But the Browns partnered with Paul Skiermont, of Dallas based Skiermont Derby LLP, and his legal team, who took the case on an alternative fee basis. Skiermont believed in the Browns and their intellectual property, gambling his time and efforts on getting a piece of the final judgment if LoggerHead proved its claims.

Sears and Apex are multi-billion dollar companies who know that small guys don’t have the money or the guts to take them on. The Browns were the rarity because they refused to give up and be cannibalized by a knockoff of their own design and patents in the marketplace. The Skiermont Derby team went to battle with the Goliaths who had knocked off the Bionic Wrench.

After four years and a two-week courtroom battle in the U.S. District Court of Judge Rebecca Pallmeyer, on May 11, 2017 the jury awarded a $6 million judgment to LoggerHead Tools for patent infringement. The next day the same jury heard arguments for willfulness and again ruled in LoggerHead’s favor on “willful infringement” by both Sears and Apex Tool Group. It is now in the hands of the judge, who can punitively award as much as triple the damages with that willfulness verdict to LoggerHead.

The Browns are thrilled with their win, but Sears and Apex will likely appeal, as these legal battles often extend on for years. An individual inventor faces a brutal gauntlet of legal and competitive hurdles to successfully bring a product to market and sustain a business. As a society, we need to be supporting, nurturing and protecting these American job creators, but as seen in the LoggerHead case, this is far from the reality.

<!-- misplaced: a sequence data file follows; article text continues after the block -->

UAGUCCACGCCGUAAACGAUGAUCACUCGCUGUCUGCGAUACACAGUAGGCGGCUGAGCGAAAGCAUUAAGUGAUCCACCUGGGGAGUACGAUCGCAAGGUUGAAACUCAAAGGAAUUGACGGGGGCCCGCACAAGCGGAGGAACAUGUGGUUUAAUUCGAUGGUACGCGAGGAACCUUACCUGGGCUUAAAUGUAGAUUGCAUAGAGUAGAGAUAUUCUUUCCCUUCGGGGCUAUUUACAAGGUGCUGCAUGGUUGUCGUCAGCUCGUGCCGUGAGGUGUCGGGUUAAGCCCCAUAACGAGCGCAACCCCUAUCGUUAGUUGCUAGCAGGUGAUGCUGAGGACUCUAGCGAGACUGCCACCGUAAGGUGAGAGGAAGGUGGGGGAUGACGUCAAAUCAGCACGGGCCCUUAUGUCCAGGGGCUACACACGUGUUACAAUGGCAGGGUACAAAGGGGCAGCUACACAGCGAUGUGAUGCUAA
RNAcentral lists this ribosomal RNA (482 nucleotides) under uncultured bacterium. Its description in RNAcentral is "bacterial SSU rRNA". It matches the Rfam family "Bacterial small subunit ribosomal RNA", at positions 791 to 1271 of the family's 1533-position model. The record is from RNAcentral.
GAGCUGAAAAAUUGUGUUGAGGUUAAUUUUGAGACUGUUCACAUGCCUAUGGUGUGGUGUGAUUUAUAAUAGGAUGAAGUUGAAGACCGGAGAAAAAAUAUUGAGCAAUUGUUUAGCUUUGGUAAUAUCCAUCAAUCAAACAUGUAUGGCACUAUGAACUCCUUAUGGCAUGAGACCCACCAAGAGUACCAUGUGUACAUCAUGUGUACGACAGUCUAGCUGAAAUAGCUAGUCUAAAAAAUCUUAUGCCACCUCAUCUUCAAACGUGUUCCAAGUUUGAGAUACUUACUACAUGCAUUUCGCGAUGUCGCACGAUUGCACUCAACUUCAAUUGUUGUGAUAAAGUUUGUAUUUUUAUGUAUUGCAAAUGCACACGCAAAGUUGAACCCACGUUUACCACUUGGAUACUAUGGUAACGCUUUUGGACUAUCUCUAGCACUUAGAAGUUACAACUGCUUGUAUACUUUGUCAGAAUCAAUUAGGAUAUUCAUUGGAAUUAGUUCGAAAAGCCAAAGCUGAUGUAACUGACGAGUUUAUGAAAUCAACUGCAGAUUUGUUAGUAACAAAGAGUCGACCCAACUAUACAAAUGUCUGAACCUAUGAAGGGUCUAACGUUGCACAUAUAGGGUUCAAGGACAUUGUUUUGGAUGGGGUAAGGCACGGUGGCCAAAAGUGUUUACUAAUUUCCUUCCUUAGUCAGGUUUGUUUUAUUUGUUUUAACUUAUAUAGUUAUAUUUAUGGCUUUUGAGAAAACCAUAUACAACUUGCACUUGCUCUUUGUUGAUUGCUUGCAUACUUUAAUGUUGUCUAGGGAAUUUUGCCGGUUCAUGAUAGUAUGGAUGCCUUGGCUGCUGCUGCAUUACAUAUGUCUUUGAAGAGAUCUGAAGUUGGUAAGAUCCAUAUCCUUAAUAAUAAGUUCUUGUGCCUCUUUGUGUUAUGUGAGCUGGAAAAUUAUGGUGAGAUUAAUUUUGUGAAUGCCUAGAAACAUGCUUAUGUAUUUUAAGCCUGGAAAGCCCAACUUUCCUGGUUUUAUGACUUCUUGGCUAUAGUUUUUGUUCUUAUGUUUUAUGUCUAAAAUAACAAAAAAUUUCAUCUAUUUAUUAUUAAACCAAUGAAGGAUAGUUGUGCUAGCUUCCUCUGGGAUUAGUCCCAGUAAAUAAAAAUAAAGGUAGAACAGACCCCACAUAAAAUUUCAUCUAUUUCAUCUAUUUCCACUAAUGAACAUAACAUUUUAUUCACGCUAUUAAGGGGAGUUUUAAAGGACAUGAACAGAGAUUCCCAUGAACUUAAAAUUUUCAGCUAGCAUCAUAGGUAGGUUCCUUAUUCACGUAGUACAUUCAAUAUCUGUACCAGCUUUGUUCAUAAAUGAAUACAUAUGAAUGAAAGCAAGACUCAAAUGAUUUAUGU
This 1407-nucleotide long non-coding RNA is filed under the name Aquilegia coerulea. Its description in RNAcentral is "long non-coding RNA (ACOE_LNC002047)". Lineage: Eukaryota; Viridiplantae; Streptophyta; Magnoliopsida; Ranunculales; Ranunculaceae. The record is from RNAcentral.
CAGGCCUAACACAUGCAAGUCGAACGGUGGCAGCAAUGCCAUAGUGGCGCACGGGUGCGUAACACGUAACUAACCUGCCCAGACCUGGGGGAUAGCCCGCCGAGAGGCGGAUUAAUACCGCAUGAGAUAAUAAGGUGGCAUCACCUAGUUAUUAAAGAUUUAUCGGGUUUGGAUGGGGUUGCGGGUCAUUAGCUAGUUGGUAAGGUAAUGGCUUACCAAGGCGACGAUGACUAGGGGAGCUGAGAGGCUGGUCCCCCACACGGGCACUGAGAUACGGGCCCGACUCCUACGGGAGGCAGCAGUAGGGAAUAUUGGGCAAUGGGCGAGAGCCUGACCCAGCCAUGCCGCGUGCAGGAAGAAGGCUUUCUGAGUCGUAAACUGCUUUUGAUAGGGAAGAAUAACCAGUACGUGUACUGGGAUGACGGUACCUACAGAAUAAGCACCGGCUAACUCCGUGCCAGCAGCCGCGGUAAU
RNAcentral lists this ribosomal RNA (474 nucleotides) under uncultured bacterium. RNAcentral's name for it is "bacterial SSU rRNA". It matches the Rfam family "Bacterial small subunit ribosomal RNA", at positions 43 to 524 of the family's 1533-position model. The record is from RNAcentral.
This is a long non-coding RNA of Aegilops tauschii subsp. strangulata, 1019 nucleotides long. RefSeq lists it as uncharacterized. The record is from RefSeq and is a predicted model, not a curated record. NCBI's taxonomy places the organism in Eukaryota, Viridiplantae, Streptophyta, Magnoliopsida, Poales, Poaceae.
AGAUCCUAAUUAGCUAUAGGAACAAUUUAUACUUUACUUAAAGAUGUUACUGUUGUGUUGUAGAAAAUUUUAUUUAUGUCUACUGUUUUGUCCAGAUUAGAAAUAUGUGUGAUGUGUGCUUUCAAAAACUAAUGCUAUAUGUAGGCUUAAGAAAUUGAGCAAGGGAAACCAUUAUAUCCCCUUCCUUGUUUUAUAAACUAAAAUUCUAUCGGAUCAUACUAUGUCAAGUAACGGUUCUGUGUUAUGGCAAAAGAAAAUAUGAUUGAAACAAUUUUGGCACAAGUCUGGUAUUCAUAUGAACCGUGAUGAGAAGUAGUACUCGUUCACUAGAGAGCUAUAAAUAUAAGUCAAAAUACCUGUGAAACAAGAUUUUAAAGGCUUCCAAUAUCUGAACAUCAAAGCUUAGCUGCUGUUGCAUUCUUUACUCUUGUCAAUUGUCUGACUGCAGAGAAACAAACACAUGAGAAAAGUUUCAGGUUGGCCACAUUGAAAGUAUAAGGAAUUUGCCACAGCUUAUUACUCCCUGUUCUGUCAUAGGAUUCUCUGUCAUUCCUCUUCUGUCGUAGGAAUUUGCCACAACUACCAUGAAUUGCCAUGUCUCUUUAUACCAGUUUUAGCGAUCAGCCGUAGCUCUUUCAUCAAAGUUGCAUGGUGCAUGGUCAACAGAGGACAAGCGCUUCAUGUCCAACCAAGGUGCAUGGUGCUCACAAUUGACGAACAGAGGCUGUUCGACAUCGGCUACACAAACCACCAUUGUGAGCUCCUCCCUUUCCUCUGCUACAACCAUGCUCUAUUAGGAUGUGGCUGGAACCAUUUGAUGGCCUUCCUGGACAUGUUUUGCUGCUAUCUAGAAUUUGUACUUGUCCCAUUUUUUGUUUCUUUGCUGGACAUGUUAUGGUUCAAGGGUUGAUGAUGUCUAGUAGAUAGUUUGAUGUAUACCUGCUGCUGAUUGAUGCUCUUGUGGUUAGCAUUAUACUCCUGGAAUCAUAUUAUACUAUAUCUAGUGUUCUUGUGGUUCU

Like many of those Southside Irish baby boomers, Dan Brown was the first in his family to go to college. And although he never did become a plumber like his dad wanted, or get to medical school as his mother dreamed, ironically he did recently become a doctor (PhD), successfully defending his doctoral thesis just ten days after the trial ended.

It is not impossible for a savvy tough-minded pair of Chicago south side Irish guys to win and survive, but it sure ain’t easy, even for a “bionic” team.

Question: What have you invented?